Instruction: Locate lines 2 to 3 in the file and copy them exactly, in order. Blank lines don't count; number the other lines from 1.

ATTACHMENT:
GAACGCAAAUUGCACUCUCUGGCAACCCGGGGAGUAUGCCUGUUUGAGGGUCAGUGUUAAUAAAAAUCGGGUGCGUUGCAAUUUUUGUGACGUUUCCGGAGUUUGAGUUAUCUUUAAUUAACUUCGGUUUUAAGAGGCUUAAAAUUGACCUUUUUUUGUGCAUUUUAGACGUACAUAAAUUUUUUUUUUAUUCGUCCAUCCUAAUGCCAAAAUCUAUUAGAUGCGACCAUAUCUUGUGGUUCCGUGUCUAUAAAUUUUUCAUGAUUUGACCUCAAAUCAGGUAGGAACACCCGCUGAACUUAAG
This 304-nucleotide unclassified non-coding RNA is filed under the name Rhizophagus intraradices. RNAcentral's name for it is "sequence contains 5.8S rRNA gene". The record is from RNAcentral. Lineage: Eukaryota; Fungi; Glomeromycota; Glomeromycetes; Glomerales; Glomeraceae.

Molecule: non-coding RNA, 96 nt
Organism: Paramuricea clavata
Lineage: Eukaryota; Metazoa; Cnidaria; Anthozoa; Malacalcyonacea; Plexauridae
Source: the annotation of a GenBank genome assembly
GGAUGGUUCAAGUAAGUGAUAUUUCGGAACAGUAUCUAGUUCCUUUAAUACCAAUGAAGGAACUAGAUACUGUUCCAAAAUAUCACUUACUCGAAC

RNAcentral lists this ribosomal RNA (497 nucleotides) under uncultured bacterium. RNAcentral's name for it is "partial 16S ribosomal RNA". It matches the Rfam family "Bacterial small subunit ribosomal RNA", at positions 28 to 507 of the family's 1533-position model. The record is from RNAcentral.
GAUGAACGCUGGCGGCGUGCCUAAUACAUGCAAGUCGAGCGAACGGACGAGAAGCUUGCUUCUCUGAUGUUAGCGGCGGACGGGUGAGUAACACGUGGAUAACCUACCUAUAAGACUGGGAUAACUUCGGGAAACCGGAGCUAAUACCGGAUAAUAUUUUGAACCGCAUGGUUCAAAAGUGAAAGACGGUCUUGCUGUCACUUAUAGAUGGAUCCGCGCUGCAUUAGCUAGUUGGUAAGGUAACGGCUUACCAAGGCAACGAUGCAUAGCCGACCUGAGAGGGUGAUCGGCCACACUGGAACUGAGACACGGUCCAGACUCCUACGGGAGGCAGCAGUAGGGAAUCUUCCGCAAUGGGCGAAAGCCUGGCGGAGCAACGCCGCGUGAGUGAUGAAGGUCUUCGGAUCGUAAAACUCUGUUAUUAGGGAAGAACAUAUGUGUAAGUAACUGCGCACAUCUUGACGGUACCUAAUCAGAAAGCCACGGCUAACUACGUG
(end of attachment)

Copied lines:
This 304-nucleotide unclassified non-coding RNA is filed under the name Rhizophagus intraradices. RNAcentral's name for it is "sequence contains 5.8S rRNA gene". The record is from RNAcentral. Lineage: Eukaryota; Fungi; Glomeromycota; Glomeromycetes; Glomerales; Glomeraceae.

Molecule: non-coding RNA, 96 nt